Property Of Jesus was apparently written as a response to a remark that Mick Jagger had made concerning the validity of Dylan’s faith.

Right from the first verse Dylan makes his intentions clear: “Go ahead and talk about him… and Laugh at him behind his back” are self-explanatory, but the biggest indication of intent is “Hope he falls upon himself, oh, won’t that be sweet” particularly when you hear the disdainful delivery.

Introducing Lenny Bruce in Colombes, France in June 1981, Dylan said that he: “Just wrote this song in about five minutes”. And it shows! This is a poor song, and Dylan’s ponderous vocal delivery and piano playing bring little to it, the album could well have done without it.

Watered Down Love brings a change of pace and direction and is in some ways a response to Heart Of Mine. This is an underrated song that works very well.

The opening lines of the song draw heavily on 1 Corinthians with its “Hopes all things/Believes all things”, but Dylan gives it a more modern feel by adding “Won’t pull no strings”, and emphasises the point with “It don’t make you envious, it don’t make you suspicious”.

It’s difficult now to believe that Shot Of Love was originally released without The Groom’s Still Waiting At The Altar as it seems such an integral part of the album.

The typically chaotic writing and frenetic delivery make it one of Dylan’s best and is only beaten on this album by Every Grain Of Sand.

Rich in imagery, Jesus Christ (the Groom)  is waiting for the faithful and the frustration is clear “Been treated like a farm animal on a wild goose chase”, as is the wilful misunderstanding of people’s motives “Try to be pure at heart, they arrest you for robbery/Mistake your shyness for aloofness, your silence for snobbery”.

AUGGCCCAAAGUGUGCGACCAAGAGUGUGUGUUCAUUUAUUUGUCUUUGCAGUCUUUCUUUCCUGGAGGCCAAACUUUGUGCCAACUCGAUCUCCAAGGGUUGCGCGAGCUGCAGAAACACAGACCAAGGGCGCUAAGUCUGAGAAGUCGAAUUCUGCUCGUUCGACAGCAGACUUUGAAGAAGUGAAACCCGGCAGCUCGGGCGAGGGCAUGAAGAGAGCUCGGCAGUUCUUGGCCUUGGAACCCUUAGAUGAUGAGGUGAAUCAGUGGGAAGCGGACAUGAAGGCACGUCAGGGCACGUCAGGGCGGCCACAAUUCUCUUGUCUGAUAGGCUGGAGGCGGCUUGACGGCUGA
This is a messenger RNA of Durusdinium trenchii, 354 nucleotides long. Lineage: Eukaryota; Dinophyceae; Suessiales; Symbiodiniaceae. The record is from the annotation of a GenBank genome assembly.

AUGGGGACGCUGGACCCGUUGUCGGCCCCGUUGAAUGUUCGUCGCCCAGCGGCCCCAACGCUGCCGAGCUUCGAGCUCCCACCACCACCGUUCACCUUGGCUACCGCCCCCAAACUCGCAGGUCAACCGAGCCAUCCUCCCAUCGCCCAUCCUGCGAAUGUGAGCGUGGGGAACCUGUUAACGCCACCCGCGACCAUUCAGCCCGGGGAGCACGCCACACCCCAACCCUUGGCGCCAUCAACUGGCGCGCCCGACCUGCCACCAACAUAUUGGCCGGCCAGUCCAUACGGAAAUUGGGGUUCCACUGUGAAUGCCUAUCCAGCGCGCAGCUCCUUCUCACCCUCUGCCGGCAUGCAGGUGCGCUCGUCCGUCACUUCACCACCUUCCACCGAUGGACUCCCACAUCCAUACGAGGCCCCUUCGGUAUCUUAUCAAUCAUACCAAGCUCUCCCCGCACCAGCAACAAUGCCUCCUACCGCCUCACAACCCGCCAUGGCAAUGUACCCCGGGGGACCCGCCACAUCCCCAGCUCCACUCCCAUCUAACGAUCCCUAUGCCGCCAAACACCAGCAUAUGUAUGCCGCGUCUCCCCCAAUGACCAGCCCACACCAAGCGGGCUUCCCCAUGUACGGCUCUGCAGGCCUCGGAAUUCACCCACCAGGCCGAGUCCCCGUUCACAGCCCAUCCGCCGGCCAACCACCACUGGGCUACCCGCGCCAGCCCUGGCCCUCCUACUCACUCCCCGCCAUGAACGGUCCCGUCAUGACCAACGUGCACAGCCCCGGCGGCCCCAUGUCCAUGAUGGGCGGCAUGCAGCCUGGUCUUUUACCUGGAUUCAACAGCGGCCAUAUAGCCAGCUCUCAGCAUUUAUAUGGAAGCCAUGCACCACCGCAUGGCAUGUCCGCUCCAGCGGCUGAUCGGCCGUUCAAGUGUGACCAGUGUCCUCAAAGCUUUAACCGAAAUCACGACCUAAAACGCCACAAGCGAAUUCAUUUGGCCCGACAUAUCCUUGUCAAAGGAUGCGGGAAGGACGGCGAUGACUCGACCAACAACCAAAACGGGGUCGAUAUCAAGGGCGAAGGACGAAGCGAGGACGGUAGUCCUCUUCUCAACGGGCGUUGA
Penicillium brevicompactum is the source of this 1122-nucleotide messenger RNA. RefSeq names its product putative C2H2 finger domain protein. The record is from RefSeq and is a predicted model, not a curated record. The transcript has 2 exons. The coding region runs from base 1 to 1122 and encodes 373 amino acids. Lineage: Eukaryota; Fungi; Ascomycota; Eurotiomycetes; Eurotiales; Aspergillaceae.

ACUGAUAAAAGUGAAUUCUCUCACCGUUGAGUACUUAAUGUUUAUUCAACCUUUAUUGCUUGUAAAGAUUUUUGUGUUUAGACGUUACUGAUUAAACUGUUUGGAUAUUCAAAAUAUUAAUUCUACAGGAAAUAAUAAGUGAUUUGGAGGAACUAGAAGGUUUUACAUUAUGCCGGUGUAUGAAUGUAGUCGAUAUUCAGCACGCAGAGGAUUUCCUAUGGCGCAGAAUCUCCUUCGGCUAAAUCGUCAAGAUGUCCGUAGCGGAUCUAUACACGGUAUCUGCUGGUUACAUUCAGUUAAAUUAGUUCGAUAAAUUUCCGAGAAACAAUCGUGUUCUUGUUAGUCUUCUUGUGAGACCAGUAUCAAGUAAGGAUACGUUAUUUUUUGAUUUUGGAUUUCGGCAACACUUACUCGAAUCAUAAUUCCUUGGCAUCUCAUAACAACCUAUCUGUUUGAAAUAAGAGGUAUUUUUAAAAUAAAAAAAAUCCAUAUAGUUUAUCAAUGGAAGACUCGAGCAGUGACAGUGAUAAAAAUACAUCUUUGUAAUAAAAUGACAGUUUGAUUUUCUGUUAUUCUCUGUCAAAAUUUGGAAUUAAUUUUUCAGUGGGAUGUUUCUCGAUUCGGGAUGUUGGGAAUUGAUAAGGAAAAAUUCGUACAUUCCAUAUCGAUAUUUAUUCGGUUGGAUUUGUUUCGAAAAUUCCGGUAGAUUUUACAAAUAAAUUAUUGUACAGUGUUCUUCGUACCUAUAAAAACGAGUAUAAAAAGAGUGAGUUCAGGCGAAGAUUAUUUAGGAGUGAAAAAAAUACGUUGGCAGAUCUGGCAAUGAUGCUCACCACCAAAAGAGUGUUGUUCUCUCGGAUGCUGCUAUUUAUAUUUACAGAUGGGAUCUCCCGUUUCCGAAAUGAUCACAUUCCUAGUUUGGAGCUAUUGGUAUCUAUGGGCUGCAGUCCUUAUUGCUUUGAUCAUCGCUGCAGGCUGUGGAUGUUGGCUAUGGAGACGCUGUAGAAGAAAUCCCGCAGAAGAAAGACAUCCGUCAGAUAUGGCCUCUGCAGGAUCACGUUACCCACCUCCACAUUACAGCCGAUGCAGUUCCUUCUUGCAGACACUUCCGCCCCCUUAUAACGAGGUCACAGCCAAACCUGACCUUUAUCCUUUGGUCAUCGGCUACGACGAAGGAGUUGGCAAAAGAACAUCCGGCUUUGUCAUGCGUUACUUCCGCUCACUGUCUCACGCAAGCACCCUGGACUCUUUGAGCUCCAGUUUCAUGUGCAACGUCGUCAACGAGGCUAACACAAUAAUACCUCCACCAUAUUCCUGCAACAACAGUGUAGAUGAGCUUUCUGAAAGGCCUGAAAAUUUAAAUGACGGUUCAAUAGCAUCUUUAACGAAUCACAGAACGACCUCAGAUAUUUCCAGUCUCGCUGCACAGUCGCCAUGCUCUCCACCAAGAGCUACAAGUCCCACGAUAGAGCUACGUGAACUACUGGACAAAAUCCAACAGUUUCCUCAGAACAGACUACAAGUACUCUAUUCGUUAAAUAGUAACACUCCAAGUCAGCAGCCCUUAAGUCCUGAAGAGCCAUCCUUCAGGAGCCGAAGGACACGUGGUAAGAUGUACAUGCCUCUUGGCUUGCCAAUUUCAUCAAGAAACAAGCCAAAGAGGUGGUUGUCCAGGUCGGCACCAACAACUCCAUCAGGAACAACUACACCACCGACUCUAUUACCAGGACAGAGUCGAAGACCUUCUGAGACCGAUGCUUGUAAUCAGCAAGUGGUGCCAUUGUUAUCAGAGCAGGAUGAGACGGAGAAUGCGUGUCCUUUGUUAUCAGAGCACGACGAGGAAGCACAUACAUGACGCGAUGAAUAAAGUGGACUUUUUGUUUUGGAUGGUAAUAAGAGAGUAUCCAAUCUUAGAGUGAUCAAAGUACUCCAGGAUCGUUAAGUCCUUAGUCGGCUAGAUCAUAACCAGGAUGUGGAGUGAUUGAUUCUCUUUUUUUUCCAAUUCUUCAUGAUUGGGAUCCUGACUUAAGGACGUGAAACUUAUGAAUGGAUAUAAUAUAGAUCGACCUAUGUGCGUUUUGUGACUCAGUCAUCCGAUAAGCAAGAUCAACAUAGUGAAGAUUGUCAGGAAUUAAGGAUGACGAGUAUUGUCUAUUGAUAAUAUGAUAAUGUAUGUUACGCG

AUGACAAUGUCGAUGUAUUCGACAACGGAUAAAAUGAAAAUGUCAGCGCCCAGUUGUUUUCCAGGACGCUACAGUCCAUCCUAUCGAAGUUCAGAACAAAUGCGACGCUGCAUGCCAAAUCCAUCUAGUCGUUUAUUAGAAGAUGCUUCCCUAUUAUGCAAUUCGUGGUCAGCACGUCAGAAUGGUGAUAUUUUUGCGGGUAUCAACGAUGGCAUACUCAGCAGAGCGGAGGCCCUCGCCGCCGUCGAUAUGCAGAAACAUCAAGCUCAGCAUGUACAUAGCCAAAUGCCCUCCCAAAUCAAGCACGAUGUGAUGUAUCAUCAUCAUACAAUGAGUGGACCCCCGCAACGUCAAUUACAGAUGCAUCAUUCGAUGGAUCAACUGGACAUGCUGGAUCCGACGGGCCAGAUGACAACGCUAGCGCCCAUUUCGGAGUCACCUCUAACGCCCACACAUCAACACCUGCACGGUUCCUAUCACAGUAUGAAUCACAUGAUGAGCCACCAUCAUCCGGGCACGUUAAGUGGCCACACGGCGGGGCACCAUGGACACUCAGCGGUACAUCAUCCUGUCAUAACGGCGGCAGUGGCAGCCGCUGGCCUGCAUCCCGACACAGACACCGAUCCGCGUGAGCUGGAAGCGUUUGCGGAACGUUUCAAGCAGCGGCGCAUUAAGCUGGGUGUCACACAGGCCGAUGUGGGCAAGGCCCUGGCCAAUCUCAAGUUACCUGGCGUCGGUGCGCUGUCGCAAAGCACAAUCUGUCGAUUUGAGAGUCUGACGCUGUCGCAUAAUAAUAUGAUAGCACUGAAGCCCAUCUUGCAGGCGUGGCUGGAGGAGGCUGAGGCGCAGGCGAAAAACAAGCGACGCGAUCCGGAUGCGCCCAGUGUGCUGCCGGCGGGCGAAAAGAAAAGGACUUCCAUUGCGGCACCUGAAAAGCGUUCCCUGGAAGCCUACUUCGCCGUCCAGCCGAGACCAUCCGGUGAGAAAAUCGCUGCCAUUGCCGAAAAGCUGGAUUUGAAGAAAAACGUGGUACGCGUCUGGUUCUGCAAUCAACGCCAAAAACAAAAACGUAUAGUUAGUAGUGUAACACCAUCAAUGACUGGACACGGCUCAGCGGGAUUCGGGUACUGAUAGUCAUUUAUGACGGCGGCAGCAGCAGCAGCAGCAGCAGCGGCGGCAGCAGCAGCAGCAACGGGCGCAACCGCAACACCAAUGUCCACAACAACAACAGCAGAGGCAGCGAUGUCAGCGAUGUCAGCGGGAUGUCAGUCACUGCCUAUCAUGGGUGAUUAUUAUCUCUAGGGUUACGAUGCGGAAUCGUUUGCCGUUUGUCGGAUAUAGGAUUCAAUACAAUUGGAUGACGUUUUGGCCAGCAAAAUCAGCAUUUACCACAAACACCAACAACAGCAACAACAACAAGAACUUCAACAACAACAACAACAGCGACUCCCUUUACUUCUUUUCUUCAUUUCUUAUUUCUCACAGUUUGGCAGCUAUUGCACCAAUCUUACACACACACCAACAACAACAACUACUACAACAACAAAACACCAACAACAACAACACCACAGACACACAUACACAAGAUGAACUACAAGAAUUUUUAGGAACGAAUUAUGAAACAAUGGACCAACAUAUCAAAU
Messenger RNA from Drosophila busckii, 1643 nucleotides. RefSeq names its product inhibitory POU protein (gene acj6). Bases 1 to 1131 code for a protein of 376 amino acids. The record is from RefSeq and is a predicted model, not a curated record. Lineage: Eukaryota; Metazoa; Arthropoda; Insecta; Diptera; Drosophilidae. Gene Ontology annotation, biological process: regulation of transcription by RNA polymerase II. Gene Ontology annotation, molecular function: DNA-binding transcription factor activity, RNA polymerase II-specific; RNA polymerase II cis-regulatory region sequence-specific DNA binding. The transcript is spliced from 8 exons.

The final verse with its: “Killing nuns and soldiers and …fighting on the border” is reminiscent of African or central American conflicts, and the outrageous rhyming of January with Buenos Aires helps make Groom a wonderfully evocative if somewhat confused (and confusing) song.

Musically if not lyrically Dead Man, Dead Man is one of the high points of the album thanks to Tim Drummond’s bass and Clydie King’s backing vocal. Much in the same vein as Property Of Jesus, except that this time the finger is pointing in instead of out

In The Summertime is the type of song that Dylan seems to write with a consummate ease that most contemporary songwriters can only wish for.

There is a gentleness here and a welcome return to the harmonica as Dylan ponders on an all too brief relationship “Where the sun never set, where the trees hung low/By that soft and shining sea”.

This is an underrated piece that can be taken as a simple love song or something deeper.

Trouble on the other hand is heavy and repetitive to the point that reducing the album’s running time by four and a half minutes might have been a better option, particularly when one considers some of the major songs that were rejected.

Whereas Every Grain Of Sand is a perfect example of Dylan using his best available song to close an album, something that he has done often in the past and would also do in the future.

This is a remarkable piece of writing, made more so by Dylan’s emotional and heartfelt delivery of it.

In the time of my confession,

In the hour of my deepest need

When the pool of tears beneath my feet

Flood every new born seed

There’s a dyin’ voice within me

Reaching out somewhere

Toiling in the danger

And in the morals of despair

Don’t have the inclination

To look back on any mistake

Like Cain I now behold this chain

Of events that I must break

In the fury of the moment

I can see the Master’s hand

In every leaf that trembles

In every grain of sand.

On the flowers of indulgence

And the weeds of yesteryear

Like crim’nals they have choked the breath

Of conscience and good cheer

The sun beat down upon the steps

Of time to light my way

To ease the pain of idleness

And the memory of decay

I gaze into the doorway

Of temptation’s angry flame

And every time I pass that way

I always hear my name

Then onward in my journey

I come to understand

That every hair is numbered